"In the early '80s the FTC came up with a great definition for Natural - never adopted. They said that an ingredient may be called "natural" only if it contains no artificial or synthetic ingredients and has had no more processing than something which could be made in a household kitchen."
The Green Products Alliance
The USDA has a legal definition for "natural", but it applies only to meat and poultry; "those products carrying the “natural” claim must not contain any artificial flavoring, color ingredients, chemical preservatives, or artificial or synthetic ingredients, and are only “minimally processed” defined by USDA as a process that does not fundamentally alter the raw product."
The USDA National Organic Program defines non-synthetic as "a substance that is derived from mineral, plant, or animal matter and does not undergo a synthetic process". They define a synthetic as "a substance that is formulated or manufactured by a chemical process or by a process that chemically changes a substance extracted from naturally occurring plant, animal, or mineral sources, except that such term shall not apply to substances created by naturally occurring biological processes."
Consumers Union, publisher of Consumer Reports, which is an independent, nonprofit testing and information organization serving only consumers, states; "Natural is a general claim that implies that the product or packaging is made from or innate to the environment and that nothing artificial or synthetic has been added. There is currently no standard definition for the term except for meat and poultry products. Unless otherwise specified, there is no organization independently certifying this claim. The producer or manufacturer decides whether to use the claim and is not free from its own self-interest."”
After my
recent article about Consumer Magazine, I am skeptical about anything they have to say. But in this case I definitely wish some pet food manufacturers would listen to not just what the magazine, but everybody else named above has to say about “that nothing artificial or synthetic has been added”. Sounds to me like many people, especially the ones who are selling pet food in humongous volume missed that, to me as a concerned pet owner, quite important point.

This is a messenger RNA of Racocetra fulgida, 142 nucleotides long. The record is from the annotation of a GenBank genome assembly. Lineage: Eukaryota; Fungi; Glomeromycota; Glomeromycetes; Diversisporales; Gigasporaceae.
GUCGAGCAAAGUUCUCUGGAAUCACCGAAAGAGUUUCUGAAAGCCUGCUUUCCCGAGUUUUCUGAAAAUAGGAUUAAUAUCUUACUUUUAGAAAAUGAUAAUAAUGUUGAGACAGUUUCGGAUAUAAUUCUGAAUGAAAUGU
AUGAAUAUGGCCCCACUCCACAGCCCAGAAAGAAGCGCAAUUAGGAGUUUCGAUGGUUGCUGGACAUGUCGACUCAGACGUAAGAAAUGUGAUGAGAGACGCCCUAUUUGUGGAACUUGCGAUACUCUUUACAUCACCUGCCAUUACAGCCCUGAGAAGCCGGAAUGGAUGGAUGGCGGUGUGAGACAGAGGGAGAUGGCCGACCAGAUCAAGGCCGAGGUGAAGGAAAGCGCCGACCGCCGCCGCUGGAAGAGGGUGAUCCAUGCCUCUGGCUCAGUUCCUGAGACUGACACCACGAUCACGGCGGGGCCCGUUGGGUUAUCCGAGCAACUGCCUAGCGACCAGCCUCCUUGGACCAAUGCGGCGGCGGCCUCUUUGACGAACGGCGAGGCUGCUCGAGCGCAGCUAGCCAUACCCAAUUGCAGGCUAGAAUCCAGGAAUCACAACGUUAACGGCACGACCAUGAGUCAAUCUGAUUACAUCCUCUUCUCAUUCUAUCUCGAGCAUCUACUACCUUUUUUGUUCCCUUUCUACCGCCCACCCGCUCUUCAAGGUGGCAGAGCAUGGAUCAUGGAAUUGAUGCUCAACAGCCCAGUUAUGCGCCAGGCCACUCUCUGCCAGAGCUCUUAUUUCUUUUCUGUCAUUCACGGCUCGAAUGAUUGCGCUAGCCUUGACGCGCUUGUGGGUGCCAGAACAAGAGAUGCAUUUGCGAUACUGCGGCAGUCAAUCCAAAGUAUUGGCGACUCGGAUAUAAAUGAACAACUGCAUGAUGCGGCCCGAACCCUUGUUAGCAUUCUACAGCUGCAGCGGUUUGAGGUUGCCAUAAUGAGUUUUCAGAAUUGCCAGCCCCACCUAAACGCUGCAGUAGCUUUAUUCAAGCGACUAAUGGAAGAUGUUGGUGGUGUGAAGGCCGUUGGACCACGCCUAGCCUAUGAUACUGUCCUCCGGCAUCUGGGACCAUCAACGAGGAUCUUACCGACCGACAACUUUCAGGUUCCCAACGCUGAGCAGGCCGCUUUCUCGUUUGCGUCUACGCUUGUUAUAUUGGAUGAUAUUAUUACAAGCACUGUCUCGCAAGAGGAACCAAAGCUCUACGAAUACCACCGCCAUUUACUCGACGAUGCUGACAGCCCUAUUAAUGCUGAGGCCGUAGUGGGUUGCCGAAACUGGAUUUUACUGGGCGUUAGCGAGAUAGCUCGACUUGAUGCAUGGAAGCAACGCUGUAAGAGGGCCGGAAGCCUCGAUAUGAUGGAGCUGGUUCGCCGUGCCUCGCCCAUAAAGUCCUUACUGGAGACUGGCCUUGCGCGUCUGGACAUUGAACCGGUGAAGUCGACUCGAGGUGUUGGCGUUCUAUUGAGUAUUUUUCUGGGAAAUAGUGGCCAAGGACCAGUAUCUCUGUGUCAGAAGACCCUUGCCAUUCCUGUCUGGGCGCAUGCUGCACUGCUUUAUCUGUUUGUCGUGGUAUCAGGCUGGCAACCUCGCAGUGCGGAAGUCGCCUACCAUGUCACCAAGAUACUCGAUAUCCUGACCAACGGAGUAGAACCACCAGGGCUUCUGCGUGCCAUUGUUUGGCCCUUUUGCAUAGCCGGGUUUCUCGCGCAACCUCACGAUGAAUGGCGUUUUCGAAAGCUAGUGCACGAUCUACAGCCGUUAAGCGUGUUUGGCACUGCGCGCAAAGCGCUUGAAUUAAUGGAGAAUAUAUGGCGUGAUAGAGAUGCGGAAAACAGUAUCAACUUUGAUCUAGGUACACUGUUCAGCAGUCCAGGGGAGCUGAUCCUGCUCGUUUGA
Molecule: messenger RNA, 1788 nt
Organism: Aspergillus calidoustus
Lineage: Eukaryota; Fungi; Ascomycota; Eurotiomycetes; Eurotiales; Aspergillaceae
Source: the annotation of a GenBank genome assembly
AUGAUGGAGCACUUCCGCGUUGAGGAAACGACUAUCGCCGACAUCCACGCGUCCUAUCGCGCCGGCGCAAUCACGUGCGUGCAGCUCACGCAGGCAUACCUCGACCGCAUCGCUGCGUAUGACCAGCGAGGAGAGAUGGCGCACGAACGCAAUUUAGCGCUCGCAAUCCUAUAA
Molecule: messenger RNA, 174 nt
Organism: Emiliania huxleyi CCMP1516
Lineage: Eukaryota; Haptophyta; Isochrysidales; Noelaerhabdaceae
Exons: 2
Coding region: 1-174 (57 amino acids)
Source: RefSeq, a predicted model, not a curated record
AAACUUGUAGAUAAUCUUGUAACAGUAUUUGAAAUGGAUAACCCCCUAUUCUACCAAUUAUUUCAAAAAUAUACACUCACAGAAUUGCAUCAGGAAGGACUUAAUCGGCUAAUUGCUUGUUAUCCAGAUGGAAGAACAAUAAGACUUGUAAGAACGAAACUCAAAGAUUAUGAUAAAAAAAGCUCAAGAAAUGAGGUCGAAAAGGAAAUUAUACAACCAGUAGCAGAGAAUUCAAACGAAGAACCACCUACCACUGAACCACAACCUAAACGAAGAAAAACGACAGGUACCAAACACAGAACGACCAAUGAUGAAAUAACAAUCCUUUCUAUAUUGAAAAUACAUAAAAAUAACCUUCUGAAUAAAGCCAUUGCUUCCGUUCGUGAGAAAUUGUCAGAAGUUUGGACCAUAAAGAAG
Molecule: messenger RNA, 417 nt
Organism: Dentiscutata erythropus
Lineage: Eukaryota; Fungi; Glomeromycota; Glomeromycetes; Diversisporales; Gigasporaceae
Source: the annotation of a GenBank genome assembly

The NRC’s conclusion on a definition for natural is like this:
Natural Ingredients include plant, animal, mineral or microbial ingredients present in or produced by nature, produced using minimal physical processing*, directly extracted using simple methods and simple chemical reactions or resulting from naturally occurring biological processes.*
Natural ingredients are grown, harvested, raised and processed in an ecological manner.
not produced synthetically, free of all petrochemicals, not extracted or processed using petrochemicals, not extracted or processed using anything other than natural ingredients as solvents, not exposed to irradiation and not genetically engineered & do not contain GMOs (genetically modified organisms).
Natural ingredients do not contain synthetic ingredients**, not contain artificial ingredients including colors or flavoring and not contain synthetic chemical preservatives.
* Minimal Processing means the ingredient has had no more processing than something which could be made in a household kitchen, stillroom, on a farm, or vineyard. It doesn't mean they have to actually be made in those settings, but that they would require no more equipment or technology than that which could be employed in those settings. Simple Extraction Methods/Simple Chemical Reactions include cleaning, cold pressing, dehydration, desiccation, drying, evaporation, filtering, grinding, infusing [water or natural alcohol], & steam or water distilling.** Produced by synthesis, a compound made artificially by chemical reactions, from simpler compounds or elements.

Now that to me sounds like a workable deal. Mr. President, since you are doing a major overhaul already, can we get this signed into a law? For the sake of all of our health, our own as well as the one of our pets?

No comments: